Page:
7. Applying to med in Canada is such a crapshoot. So many qualified applicants and so few spots. I have now applied twice with similar stats to the OP and am prepared to probably end up applying again. Just gotta try to continue improving applications each cycle and hope for the best.
  8. Both BMSc and BHSc are good. Was in BMSc before transferring. Anecdotally, I know quite a few people who were successful with BHSc getting into med and other competitive professional programs. From what I've heard and experienced, the BHSc program is easier GPA wise. BMSc is more of the lab sciences and BHSc is more of the social determinants of health so it depends what you are interested in. Feel free to PM me if you have any questions
  9. Thank you for this comment. There are also empathetic + strong men out there and in medicine too! However, I do realize that our society unfairly punishes men to not show their feelings. At the end of the day, I am so grateful that I have the opportunity to even apply to medicine. Talking to my grandma, this would have been incredibly challenging for me to do as a female in her generation and maybe even my parents'. As it is still impossible in some other countries today, I count my blessings. It still sucks having to navigate covert comments like "why don't you just become a nurse like most women do" and my boyfriend's coworkers saying things like "man, aren't you intimidated by the fact that she could make so much more money than you" but it doesn't compare to what some other people have to go through. In a sense, seeing these statistics makes me relieved because it shows that medicine is possible for girls today. Perhaps being strong (in advancing the field, etc.) isn't necessarily better than empathy in all specializations of medicine as proposed above. Both skills are important but perhaps empathy is more needed in fields like pediatrics, psychiatry. So everyone has their own unique skill set that they can bring to their fields, whether male or female. Is the admissions process skewed by favouring strong empathy above all though? Maybe. But at the end of the day, they have so many people applying that they can be choosy and pick individuals who are both strongly empathetic and driven to advance medicine, regardless of gender identity.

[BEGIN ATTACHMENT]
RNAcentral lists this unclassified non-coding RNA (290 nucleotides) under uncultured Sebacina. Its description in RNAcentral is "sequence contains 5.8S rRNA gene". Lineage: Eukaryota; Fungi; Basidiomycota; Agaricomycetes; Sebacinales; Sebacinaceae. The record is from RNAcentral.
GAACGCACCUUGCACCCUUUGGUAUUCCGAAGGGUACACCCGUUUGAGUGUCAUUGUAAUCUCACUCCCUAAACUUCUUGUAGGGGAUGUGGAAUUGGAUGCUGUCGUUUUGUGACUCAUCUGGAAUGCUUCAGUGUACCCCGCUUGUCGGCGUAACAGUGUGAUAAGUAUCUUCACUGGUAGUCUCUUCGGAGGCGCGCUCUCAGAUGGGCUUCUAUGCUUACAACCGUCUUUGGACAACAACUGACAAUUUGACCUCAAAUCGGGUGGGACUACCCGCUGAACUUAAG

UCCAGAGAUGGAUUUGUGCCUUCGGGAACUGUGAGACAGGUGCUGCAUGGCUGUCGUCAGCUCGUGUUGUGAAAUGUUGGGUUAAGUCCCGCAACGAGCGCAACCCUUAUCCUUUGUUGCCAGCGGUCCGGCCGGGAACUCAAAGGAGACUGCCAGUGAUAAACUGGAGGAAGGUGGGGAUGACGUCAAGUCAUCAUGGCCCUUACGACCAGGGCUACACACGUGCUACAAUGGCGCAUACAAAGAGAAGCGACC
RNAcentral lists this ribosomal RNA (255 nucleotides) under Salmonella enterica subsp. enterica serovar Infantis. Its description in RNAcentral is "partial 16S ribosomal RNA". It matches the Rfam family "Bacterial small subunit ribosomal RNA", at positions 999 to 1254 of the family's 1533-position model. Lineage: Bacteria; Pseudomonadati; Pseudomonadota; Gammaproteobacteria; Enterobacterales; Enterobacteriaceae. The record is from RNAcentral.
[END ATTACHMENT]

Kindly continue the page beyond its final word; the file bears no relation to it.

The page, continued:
10. PM'd you. Anyone else want to prep for interviews in Ottawa? PM me. Regardless if you have been invited for an interview or not yet, it would be great to start practicing early - the more the merrier!
  11. Timestamp: 9:00 AM Interview: Yes GPA: 3.92 Context: born and raised rural (Southern Ontario), currently completing undergrad in a major city ECs: Quite a bit of work with Indigenous communities and a strong desire to work in the north. Non-trad?: No # of previous applications: 0 Interview Location/Date/Time: Sudbury, March So grateful for this opportunity. I look forward to meeting some of you soon
  12. Nevermind, thanks anyways! Figured it out.
  13. Maybe try adding a minor? Then technically you will still need those courses to graduate but you will still have more than 120 credits at the end of the day. Trick also is that the minor would have to have very few or no lower level courses. Need to talk to your academic advisor about this. What's your GPA? If your GPA is good then no need to do a second degree unless you want to do something like a 2-year accelerated nursing degree for a backup career. Best of luck
  14. TIME STAMP: 5:50pm Interview Invite or Regrets: Regrets Early or Regular Deadline: Regular GPA or AGPA (if applicable): ~91.5 OGPA MCAT (CPBS / CARS / BBFL / PSBB): 516 Current Degree (UG/Bachelors/Masters/PhD): 4th yr UG Geography (IP/OOP): OOP Extracurricular Activities (awards, achievements, volunteering, employment, research, etc.): Filled all spots NAQ: ~19 - ouch AQ: ~33 TFR: ~52 Not surprised but still discouraged. Good luck to all!